Novelist Maria Flook is the author of the 2003 best-seller Invisible Eden: A Story of Love and Murder on Cape Cod. Her next novel, Lux, will be published this fall.
The Red Hour Glass Lives of the Predators by Gordon Grice (Delta, $19). A self-taught naturalist, Gordon Grice writes with the authority of a man who likes to face off with spiders, wild dogs, rattlesnakes, and the other killer critters who surround us in day-to-day life. This is a delicious book to cuddle up with. Just bring your can of Raid.
The Bottom of the Harbor by Joseph Mitchell (out of print). A beautiful, dreamy journey into the underworld of New York City’s waterfront communities in the mid-20th-century. Mitchell, always humanistic, is at his most lyric in this book. It is a love poem to a time and place few of us can reach back to.
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Stick and Rudder: An Explanation of the Art of Flying by Wolfgang Langewiesche (McGraw Hill, $25). I discovered this wonderful book about flying by reading another book on the subject by the writer’s son, contemporary nonfiction writer William Langewiesche. Pilots call Stick and Rudder “the bible of aerial navigation.” Written mostly in laymen’s vernacular, it’s a technical manual for first-time pilots that combines practical mechanics, anecdotes, wrist-slapping facts, and warnings. I’ll never get behind a “stick,” but reading this book I was airborne, and loving every minute.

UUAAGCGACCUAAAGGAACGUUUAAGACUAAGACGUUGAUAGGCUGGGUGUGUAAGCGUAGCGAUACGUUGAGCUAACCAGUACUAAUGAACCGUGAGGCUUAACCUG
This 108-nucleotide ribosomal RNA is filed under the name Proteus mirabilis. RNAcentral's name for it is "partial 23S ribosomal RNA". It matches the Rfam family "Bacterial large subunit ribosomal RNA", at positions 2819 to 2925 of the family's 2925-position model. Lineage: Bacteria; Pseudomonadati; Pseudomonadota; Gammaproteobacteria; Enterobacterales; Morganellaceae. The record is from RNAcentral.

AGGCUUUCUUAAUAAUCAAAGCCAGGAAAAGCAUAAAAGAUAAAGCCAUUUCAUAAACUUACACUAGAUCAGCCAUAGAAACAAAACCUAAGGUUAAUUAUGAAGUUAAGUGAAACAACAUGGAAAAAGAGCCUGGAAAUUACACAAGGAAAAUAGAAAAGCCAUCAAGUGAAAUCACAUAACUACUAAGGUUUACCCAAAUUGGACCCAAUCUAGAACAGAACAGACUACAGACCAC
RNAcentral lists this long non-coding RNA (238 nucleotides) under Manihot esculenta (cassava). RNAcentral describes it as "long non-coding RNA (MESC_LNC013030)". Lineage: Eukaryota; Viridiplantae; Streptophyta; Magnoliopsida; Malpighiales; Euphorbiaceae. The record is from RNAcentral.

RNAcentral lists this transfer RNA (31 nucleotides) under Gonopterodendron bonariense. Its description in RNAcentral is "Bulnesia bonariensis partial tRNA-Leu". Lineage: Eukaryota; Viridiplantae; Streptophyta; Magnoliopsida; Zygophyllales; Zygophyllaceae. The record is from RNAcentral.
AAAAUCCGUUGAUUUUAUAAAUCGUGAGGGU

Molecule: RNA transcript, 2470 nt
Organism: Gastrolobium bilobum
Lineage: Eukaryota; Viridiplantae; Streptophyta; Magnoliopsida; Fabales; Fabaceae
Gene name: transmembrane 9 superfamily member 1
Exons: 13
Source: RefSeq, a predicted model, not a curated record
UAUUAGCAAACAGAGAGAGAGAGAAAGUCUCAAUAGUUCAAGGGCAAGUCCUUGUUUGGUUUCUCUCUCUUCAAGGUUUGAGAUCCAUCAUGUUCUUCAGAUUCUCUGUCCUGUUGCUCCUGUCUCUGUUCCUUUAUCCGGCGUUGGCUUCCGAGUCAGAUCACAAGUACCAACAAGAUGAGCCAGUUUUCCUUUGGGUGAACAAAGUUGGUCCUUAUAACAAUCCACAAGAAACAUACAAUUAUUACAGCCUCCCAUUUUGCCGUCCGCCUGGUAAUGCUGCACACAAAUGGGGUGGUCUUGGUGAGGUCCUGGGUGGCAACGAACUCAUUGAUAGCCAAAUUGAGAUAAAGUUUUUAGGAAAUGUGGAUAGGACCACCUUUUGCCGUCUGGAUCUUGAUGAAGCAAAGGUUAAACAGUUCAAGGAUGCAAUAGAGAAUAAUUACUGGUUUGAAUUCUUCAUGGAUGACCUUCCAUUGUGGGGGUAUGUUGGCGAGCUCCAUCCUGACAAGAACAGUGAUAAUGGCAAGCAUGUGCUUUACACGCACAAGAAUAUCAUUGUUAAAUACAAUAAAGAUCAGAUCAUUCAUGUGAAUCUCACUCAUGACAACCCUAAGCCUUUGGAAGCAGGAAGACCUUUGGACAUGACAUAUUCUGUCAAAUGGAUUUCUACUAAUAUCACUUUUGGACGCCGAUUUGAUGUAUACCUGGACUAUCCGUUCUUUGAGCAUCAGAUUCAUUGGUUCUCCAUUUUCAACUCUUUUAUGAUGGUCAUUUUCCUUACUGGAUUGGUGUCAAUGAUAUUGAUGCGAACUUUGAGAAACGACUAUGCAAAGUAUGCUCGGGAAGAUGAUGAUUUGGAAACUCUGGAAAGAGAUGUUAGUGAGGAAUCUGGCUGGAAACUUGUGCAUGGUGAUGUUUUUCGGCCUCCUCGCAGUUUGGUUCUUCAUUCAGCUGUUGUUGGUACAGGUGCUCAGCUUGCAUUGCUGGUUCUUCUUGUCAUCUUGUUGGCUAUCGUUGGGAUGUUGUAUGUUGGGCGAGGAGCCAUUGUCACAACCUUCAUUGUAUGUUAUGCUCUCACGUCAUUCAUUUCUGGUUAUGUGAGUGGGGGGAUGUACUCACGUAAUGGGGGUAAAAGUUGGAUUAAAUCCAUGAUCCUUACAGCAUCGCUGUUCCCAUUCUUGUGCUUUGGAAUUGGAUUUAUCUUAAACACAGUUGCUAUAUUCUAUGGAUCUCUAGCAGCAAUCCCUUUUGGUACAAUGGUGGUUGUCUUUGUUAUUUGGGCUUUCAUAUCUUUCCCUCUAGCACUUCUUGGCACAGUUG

Who Do You Love by Jean Thompson (Simon & Schuster, $13). Jean Thompson is an urban Flannery O’Connor. The stories in this volume are charged with sharp insight and refined by a generous empathy for the disenfranchised, dismissed, disappointed Americans she evokes. Yet these characters are familiar to us; both their problems and their sunny days mirror our own.
Brighton Rock by Graham Greene (Penguin Books, $14). This novel about a kid con man on the lam was a primer for me on psychological realism and the delights of noir. The story evolves in the chilly seaside decay of Brighton, England, and you never feel safe and warm reading it.
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